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Ashes 2015: Aussies ridiculed on Twitter as Stuart Broad destroys Australia at Trent Bridge

By David Clough

Stuart Broad destroyed Australia in a freakish first session at Trent Bridge with one of the most remarkable spells in Ashes history as the tourists collapsed to 60 all out.

Broad's career-best eight for 15 has previously been surpassed by only Jim Laker for England in the Ashes, and gave the hosts the opportunity in this fourth Investec Test to press home a huge advantage by establishing a first-innings lead before tea on day one.

By then, England's obvious chances of winning the match and therefore the series were reflected in odds slashed by bookmakers from a start-of-play 2-1 to 1-10.

On his home ground, Broad began the match with 299 wickets, needed just three balls to become only the fifth Englishman to 300 and in another nine overs took seven more to move into equal fourth in the national list alongside Fred Trueman.

Australia's batting was hapless, albeit in cloudy conditions which had persuaded Alastair Cook to bowl first on a pitch tinged with green, as a blur of edges were all expertly held in the slip cordon.

England were batting before lunch and a session later had put Australia's unequal struggles into fair context with 99 for three on the board.

Chris Rogers began the tourists' manic surrender to seam-and-swing when he edged Broad, from round the wicket, to Cook at first slip.

It was the opener's first duck in his 46th innings and when Steve Smith also departed in the first over, edging extra bounce to Joe Root at third slip, Broad was on his way to figures bettered for England against Australia by only Laker in the famous Old Trafford Test of 1956.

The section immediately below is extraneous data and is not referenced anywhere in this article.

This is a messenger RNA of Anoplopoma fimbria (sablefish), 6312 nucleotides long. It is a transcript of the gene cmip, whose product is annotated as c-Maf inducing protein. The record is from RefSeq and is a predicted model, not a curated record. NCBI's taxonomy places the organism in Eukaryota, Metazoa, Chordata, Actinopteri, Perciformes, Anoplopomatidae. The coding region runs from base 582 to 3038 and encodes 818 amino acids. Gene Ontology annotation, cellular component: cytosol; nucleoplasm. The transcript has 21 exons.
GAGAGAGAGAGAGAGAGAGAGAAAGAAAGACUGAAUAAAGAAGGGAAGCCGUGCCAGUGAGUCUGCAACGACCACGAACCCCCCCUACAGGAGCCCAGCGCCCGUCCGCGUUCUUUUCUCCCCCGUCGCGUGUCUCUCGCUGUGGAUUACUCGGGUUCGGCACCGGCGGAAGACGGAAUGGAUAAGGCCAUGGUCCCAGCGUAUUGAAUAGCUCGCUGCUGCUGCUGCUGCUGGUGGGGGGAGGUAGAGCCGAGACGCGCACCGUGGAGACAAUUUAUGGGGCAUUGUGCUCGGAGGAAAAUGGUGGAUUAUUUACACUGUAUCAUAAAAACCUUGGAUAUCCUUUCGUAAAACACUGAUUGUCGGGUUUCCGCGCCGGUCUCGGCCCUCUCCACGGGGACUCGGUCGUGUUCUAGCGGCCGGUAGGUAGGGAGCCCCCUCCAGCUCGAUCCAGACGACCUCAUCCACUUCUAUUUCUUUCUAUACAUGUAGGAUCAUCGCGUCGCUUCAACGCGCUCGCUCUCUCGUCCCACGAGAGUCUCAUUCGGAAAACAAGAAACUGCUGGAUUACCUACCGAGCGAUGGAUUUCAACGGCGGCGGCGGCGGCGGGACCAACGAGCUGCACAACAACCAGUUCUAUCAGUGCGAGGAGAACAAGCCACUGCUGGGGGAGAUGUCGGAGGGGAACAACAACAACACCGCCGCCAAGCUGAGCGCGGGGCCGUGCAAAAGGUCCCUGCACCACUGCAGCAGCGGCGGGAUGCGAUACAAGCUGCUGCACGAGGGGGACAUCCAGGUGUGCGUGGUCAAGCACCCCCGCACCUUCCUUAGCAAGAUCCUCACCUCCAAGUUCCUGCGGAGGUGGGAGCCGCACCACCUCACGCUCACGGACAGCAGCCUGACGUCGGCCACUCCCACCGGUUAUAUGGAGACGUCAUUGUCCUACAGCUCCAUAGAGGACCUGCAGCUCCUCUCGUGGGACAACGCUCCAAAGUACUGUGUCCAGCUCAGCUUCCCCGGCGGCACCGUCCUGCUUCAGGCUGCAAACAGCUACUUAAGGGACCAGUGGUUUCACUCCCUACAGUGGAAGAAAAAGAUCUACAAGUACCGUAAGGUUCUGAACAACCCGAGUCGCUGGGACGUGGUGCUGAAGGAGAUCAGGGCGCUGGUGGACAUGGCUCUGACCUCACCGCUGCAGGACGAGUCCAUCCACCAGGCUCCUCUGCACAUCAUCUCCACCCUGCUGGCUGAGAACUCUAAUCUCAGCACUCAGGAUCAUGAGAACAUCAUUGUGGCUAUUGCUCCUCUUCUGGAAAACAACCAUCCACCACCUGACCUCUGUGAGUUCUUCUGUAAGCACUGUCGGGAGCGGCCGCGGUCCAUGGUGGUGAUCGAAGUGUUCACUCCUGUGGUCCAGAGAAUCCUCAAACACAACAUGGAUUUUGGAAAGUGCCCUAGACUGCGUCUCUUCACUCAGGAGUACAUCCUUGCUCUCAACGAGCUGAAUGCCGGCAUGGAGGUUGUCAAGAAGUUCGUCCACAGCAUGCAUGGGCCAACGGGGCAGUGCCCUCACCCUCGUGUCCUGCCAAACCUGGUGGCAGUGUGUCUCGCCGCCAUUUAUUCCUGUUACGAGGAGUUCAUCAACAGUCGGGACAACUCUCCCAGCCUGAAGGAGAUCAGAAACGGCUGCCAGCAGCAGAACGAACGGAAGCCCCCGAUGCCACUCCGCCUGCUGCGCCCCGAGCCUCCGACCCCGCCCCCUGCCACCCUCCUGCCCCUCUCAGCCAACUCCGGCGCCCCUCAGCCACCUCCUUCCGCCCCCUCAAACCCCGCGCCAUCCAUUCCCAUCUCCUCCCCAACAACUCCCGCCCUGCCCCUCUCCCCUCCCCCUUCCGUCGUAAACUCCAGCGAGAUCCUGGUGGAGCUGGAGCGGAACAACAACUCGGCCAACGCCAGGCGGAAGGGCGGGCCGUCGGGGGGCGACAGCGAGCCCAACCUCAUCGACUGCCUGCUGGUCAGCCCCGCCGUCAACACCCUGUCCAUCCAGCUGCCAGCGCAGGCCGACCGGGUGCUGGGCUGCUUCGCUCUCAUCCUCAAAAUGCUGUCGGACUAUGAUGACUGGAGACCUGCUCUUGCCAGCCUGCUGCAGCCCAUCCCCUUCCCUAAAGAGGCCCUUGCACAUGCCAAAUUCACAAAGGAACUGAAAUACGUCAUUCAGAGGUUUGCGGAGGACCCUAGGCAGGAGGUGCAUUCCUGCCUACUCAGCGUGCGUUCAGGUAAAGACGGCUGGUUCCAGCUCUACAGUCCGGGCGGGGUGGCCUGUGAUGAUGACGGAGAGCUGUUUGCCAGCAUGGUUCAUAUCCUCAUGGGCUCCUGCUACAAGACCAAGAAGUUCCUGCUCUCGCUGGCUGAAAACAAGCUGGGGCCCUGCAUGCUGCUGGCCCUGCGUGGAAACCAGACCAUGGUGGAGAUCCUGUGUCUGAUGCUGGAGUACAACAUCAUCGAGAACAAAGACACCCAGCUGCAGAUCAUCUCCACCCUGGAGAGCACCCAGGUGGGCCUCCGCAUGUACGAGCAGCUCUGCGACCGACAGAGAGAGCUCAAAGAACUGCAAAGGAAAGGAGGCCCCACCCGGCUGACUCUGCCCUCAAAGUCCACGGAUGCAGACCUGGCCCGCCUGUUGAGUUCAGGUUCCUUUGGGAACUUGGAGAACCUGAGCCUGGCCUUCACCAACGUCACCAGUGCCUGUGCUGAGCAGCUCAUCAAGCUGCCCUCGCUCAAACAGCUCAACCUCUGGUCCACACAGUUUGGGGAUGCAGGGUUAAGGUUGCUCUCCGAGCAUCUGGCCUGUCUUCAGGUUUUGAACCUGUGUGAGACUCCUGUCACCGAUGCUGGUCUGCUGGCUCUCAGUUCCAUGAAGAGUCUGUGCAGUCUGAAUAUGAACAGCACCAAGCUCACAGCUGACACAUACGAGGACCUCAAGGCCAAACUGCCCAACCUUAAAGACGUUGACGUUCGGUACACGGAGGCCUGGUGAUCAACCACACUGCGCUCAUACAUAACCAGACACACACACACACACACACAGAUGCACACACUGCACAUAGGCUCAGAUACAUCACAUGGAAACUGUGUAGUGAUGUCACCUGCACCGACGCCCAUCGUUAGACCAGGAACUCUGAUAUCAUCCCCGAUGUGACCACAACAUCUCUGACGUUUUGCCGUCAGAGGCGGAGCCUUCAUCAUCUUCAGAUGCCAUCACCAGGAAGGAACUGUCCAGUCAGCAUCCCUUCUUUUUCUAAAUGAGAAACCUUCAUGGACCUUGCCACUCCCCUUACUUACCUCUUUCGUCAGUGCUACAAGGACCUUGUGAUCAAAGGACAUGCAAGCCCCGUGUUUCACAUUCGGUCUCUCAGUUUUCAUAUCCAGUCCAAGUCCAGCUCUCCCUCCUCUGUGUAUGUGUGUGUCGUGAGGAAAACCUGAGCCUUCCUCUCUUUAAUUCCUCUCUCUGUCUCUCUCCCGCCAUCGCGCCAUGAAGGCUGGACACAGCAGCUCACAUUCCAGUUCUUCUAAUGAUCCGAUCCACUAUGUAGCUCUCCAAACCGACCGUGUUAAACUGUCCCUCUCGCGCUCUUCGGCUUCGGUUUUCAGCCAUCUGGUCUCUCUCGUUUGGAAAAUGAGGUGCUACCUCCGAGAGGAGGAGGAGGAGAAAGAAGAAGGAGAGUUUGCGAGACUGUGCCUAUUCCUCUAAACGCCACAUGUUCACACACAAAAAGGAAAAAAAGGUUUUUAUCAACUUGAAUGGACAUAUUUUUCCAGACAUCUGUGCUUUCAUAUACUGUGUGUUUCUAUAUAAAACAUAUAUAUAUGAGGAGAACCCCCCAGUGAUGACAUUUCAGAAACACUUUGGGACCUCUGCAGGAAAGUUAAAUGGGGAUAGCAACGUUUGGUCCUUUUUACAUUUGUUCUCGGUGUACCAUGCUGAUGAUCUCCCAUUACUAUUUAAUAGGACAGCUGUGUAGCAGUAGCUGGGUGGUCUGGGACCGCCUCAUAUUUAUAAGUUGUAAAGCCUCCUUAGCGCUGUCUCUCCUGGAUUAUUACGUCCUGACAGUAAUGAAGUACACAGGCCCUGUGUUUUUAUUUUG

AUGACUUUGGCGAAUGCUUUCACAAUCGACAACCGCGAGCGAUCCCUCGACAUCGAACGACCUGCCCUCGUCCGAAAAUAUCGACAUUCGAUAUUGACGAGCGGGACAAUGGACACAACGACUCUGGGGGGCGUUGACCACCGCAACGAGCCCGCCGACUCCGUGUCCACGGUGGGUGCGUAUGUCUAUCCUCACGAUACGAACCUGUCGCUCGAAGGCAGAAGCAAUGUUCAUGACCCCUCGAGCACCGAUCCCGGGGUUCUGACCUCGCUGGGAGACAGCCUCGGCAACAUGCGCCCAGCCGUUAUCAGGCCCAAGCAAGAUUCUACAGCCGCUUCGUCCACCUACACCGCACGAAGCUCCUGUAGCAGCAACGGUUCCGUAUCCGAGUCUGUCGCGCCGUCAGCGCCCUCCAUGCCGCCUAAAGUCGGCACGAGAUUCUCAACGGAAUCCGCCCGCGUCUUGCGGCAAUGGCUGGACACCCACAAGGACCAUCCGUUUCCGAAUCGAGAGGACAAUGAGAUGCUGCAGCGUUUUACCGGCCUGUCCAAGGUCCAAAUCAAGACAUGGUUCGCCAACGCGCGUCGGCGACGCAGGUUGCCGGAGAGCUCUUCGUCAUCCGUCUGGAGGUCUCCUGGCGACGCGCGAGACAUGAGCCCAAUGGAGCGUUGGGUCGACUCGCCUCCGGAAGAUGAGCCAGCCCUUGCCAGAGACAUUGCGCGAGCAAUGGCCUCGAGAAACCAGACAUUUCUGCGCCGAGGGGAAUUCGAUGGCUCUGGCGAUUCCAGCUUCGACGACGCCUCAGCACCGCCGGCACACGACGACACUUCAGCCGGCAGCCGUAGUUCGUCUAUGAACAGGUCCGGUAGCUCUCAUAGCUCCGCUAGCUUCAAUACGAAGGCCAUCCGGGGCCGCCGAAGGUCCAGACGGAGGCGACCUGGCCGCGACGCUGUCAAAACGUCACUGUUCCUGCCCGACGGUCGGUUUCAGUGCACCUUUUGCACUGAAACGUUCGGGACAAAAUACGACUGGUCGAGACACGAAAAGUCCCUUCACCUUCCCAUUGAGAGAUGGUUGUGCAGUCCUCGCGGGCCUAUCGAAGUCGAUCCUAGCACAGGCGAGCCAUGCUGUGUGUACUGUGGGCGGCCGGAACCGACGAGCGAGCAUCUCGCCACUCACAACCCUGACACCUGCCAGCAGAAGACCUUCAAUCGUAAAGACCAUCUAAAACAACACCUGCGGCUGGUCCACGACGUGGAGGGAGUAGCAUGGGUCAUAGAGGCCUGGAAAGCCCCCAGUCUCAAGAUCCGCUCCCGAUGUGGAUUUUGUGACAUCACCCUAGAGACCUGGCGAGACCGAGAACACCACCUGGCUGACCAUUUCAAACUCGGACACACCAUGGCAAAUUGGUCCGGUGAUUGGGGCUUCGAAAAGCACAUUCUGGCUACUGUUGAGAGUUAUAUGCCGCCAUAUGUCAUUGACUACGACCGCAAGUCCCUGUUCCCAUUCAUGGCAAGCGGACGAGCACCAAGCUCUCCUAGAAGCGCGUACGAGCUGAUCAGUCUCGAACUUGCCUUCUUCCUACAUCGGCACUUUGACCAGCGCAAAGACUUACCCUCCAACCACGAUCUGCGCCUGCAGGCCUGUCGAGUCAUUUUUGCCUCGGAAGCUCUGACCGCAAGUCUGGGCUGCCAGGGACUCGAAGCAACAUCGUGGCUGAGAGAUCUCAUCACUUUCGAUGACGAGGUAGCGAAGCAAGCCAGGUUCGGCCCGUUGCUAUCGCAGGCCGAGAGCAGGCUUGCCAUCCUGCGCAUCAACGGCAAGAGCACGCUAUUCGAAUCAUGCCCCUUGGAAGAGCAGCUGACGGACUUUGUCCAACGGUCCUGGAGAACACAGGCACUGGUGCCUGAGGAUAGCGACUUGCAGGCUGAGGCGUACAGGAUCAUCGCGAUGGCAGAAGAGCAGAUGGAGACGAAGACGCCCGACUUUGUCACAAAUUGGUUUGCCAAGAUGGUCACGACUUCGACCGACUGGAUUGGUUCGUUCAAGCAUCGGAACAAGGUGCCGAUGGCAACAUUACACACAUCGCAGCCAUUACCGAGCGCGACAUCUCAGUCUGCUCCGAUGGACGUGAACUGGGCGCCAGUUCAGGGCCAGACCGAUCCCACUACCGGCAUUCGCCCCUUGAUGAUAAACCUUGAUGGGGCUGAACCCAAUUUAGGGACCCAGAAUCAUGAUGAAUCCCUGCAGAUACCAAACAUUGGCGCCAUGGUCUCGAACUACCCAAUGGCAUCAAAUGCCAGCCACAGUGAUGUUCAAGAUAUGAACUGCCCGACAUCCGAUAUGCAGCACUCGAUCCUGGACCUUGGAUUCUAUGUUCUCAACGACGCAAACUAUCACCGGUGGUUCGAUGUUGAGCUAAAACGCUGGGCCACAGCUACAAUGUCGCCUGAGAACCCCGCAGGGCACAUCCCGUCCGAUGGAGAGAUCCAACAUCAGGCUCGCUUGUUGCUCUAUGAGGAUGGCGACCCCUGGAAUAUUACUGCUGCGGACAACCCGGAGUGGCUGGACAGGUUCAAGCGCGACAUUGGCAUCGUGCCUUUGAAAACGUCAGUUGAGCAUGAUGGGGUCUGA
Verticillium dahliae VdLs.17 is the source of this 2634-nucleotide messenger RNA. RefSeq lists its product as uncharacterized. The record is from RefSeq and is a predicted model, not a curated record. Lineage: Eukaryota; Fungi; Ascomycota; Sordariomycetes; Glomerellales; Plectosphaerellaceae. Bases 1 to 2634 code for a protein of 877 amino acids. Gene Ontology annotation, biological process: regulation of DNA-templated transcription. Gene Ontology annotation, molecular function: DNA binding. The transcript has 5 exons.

Australia must win here to stop England regaining the Ashes, yet they never hinted at resistance, recording their lowest total against the old enemy since 1936 and shot out in 18.3 overs, Test cricket's shortest ever completed first innings.

Mark Wood briefly outdid his new-ball partner, striking with only his second delivery when David Warner got an inside-edge behind.








Shaun Marsh was the next to edge Broad to Ian Bell this time at second slip.

Then at the start of Broad's next over, Ben Stokes pulled off a brilliant catch at gully as Adam Voges went for a single, to go with Warner, Rogers and Marsh's ducks.

Australia captain Michael Clarke managed double-figures, but with 10 to his name he faced Broad for the first time and duly edged an attempted drive at a wide one high to Cook.

Broad completed his third successive wicket-maiden and equalled Test cricket's fastest ever five-wicket haul having, like Australian Ernie Thoshack in 1947, needed only 19 balls.

The seventh wicket was not his, Steven Finn replacing Wood at the Radcliffe Road end and bowling Peter Nevill through the gate.

If there was any consolation for Australia, it came when Mitchell Starc and Mitchell Johnson took them past their worst ever Test total - 36 against England at Edgbaston in 1902.

They just kept edging, though, and England kept catching - Root twice collecting again when both Johnson and Starc fell to flat-footed attempts to release the pressure in Broad's seventh over.

Broad finished the job when Nathan Lyon speared yet another edge to gully to ensure extras would be top scorer with 14 runs.

Starc (three for 33) profited as the ball continued to swing in the afternoon, but England eased in front.

Adam Lyth edged behind and Bell and Cook were both pinned on the crease lbw, the captain and his deputy Root having nonetheless added between them two runs more than Australia could muster collectively.

Belfast Telegraph Digital

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